Exoplanets & Exomoons

Improving Earth-like Planet Detection in Radial Velocity Using Deep Learning

By Keith Cowing
Status Report
May 24, 2024
Filed under , , , , , , , , , , ,
Improving Earth-like Planet Detection in Radial Velocity Using Deep Learning
TOP: Same as Fig 6 but for the HARPS-N solar spectral time series with the HD10700 sampling. BOTTOM: Exoplanet detection limits on HD128621 HARPS spectra. We derived the detection limit maps by injecting simulated planetary signals covering periods ranging from 10 to 300 days and semiamplitude ranging from 0.4 to 1.1 m/s, into the spectra. Left: Detection limit map in the period-amplitude domain. The red dots indicate the successful detection by the trained neural network of a signal with a FAP > 0.1%. Middle: Amplitude comparison between the injected and recovered signals in the period amplitude domain. The amplitude difference for most of the detected signals is < 30%. Right: Phase difference between the injected and recovered signals in the period-amplitude domain. The phase difference for most of the detected signals is < 0.06. -- astro-ph.EP

Many novel methods have been proposed to mitigate stellar activity for exoplanet detection as the presence of stellar activity in radial velocity (RV) measurements is the current major limitation.

Unlike traditional methods that model stellar activity in the RV domain, more methods are moving in the direction of disentangling stellar activity at the spectral level.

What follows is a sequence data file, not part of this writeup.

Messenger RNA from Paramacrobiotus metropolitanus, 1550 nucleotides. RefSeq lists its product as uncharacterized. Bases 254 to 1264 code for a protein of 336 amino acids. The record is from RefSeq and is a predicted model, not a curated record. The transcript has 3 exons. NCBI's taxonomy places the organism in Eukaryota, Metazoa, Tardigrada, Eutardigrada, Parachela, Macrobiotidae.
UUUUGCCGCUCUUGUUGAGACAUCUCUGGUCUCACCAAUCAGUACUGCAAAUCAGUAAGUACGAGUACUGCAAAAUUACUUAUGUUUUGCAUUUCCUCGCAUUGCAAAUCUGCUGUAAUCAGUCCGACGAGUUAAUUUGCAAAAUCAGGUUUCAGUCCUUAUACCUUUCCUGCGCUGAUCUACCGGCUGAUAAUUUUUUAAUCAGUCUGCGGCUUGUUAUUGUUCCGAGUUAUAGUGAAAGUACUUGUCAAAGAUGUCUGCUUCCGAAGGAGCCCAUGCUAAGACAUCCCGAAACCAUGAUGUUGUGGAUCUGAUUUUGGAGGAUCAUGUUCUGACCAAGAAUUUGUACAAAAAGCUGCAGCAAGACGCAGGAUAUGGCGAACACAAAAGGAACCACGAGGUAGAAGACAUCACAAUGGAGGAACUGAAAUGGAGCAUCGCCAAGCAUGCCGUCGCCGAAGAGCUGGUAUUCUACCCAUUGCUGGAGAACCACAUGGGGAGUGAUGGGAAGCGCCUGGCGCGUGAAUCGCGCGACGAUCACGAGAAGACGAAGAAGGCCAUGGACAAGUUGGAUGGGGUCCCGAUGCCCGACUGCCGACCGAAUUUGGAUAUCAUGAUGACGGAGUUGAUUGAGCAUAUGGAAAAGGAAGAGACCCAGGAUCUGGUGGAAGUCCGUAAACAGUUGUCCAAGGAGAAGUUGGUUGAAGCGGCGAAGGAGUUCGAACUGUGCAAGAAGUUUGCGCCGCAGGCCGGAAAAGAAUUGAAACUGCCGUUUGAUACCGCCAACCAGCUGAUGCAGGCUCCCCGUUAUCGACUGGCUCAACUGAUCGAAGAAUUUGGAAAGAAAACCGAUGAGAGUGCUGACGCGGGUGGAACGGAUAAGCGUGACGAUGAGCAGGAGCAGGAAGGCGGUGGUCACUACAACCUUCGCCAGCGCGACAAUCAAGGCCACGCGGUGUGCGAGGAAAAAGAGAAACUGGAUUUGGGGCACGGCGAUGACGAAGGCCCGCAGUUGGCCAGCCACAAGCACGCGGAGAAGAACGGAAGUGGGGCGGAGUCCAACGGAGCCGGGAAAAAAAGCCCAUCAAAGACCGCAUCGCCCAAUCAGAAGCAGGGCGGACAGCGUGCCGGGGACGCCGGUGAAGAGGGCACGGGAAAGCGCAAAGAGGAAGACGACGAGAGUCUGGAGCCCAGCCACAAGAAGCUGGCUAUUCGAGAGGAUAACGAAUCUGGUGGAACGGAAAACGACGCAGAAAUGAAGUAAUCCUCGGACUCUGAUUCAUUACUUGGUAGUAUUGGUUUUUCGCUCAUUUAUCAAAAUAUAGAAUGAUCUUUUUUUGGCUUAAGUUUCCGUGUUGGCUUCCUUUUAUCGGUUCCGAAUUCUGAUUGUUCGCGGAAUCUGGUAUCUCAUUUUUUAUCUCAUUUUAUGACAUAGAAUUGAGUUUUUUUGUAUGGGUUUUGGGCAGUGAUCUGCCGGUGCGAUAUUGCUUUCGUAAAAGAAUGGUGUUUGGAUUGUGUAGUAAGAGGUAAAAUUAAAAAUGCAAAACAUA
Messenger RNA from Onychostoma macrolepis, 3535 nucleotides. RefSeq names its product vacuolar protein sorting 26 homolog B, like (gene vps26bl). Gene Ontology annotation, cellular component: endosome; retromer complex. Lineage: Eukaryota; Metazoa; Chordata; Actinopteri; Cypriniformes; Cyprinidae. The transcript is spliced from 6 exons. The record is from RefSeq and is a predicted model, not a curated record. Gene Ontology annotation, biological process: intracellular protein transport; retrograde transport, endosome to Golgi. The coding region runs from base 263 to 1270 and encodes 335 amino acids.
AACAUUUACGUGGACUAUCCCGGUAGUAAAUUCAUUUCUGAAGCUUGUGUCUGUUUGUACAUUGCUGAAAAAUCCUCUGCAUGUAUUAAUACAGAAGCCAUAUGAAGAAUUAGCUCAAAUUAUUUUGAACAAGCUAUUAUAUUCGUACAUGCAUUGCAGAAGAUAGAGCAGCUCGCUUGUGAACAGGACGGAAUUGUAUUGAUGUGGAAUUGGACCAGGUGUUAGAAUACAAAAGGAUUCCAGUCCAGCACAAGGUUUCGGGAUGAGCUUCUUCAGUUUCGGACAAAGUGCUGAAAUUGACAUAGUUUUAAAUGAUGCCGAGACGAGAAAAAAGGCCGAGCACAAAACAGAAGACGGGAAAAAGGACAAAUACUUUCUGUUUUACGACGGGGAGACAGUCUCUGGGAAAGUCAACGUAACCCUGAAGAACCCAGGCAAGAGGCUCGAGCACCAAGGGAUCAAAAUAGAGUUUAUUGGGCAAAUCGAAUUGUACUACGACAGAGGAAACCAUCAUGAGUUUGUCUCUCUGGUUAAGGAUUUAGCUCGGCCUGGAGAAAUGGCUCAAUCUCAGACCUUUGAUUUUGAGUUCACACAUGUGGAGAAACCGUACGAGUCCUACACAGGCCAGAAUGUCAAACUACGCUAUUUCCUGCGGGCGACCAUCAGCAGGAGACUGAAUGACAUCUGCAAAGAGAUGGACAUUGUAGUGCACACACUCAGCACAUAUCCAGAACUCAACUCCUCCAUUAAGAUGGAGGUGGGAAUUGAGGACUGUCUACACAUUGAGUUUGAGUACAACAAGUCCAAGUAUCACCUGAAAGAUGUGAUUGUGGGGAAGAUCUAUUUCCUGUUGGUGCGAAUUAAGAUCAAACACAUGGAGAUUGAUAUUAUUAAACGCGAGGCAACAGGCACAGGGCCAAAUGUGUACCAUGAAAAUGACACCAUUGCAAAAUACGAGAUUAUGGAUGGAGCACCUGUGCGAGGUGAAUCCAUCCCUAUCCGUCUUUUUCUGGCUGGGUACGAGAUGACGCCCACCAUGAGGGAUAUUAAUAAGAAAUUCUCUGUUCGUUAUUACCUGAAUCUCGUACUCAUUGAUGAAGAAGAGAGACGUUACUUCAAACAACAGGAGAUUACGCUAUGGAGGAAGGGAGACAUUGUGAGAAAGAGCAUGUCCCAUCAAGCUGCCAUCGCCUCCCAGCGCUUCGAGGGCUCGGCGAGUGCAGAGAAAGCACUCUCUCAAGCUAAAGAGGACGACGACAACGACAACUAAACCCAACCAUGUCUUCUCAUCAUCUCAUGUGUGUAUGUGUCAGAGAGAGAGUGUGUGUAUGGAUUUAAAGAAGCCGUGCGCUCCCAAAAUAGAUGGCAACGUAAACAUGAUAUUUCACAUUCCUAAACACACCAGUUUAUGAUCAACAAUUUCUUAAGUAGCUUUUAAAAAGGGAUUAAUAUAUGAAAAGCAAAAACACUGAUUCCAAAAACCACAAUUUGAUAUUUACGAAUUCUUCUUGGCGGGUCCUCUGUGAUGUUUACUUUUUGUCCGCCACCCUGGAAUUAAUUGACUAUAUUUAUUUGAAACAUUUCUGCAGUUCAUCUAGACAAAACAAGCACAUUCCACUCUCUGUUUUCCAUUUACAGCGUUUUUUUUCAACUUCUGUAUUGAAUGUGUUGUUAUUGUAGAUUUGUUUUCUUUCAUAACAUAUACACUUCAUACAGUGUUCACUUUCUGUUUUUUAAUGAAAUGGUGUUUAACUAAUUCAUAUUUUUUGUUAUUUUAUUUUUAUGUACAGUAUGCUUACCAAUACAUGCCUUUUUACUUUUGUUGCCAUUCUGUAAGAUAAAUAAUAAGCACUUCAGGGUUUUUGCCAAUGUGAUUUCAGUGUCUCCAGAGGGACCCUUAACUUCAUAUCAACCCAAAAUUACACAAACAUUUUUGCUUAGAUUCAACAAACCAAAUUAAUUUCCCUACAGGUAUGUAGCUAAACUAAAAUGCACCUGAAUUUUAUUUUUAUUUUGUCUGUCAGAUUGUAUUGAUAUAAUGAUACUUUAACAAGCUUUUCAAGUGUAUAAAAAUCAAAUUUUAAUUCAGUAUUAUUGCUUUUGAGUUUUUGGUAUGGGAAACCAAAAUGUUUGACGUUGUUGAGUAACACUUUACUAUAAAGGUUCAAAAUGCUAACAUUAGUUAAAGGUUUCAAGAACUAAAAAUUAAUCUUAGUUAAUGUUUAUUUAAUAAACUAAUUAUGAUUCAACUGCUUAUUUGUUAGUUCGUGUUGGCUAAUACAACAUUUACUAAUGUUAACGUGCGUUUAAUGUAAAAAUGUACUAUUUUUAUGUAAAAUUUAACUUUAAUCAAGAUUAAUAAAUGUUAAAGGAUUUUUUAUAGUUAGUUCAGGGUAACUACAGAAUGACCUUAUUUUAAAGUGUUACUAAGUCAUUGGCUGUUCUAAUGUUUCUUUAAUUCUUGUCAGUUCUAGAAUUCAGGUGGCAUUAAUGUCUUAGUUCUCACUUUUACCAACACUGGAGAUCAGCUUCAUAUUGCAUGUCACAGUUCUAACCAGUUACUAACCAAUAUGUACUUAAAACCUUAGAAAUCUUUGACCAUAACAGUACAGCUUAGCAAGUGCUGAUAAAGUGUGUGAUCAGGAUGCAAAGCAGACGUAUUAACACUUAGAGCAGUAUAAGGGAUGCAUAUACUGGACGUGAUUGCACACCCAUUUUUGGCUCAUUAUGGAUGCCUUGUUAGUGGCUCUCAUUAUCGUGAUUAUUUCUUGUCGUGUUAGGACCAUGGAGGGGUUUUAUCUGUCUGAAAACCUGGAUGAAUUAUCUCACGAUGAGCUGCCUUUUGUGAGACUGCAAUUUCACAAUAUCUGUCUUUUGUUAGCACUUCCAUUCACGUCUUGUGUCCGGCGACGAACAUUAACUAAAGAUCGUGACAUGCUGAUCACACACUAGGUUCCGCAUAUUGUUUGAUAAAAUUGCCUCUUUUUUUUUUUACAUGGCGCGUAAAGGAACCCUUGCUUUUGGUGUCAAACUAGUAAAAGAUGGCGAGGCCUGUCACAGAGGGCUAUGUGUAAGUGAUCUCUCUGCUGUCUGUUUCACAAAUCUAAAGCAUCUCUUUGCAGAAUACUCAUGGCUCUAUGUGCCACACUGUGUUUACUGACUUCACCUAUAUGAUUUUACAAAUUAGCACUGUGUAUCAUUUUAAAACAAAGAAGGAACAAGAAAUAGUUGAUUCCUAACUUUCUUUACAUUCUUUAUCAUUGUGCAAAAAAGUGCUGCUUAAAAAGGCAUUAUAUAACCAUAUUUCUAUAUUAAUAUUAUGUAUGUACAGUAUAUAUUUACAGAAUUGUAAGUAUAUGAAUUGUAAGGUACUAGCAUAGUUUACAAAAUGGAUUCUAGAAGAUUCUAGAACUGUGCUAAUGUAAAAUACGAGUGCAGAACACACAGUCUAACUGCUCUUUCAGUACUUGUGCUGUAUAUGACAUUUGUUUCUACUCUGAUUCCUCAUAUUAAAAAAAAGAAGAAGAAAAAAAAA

The goal of this paper is to present a novel convolutional neural network-based algorithm that efficiently models stellar activity signals at the spectral level, enhancing the detection of Earth-like planets. We trained a convolutional neural network to build the correlation between the change in the spectral line profile and the corresponding RV, full width at half maximum (FWHM) and bisector span (BIS) values derived from the classical cross-correlation function. This algorithm has been tested on three intensively observed stars: Alpha Centauri B (HD128621), Tau ceti (HD10700), and the Sun.

By injecting simulated planetary signals at the spectral level, we demonstrate that our machine learning algorithm can achieve, for HD128621 and HD10700, a detection threshold of 0.5 m/s in semi-amplitude for planets with periods ranging from 10 to 300 days. This threshold would correspond to the detection of a ∼4M in the habitable zone of those stars. On the HARPS-N solar dataset, our algorithm is even more efficient at mitigating stellar activity signals and can reach a threshold of 0.2 m/s, which would correspond to a 2.2M planet on the orbit of the Earth.

To the best of our knowledge, it is the first time that such low detection thresholds are reported for the Sun, but also for other stars, and therefore this highlights the efficiency of our convolutional neural network-based algorithm at mitigating stellar activity in RV measurements.

Yinan Zhao, Xavier Dumusque, Michael Cretignier, Andrew Collier Cameron, David W. Latham, Mercedes López-Morales, Michel Mayor, Alessandro Sozzetti, Rosario Cosentino, Isidro Gómez-Vargas, Francesco Pepe, Stephane Udry

Comments: Accepted for publication in A&A
Subjects: Earth and Planetary Astrophysics (astro-ph.EP); Instrumentation and Methods for Astrophysics (astro-ph.IM); Machine Learning (cs.LG)
Cite as: arXiv:2405.13247 [astro-ph.EP] (or arXiv:2405.13247v1 [astro-ph.EP] for this version)
Submission history
From: Yinan Zhao
[v1] Tue, 21 May 2024 23:28:20 UTC (3,812 KB)


Explorers Club Fellow, ex-NASA Space Station Payload manager/space biologist, Away Teams, Journalist, Lapsed climber, Synaesthete, Na’Vi-Jedi-Freman-Buddhist-mix, ASL, Devon Island and Everest Base Camp veteran, (he/him) 🖖🏻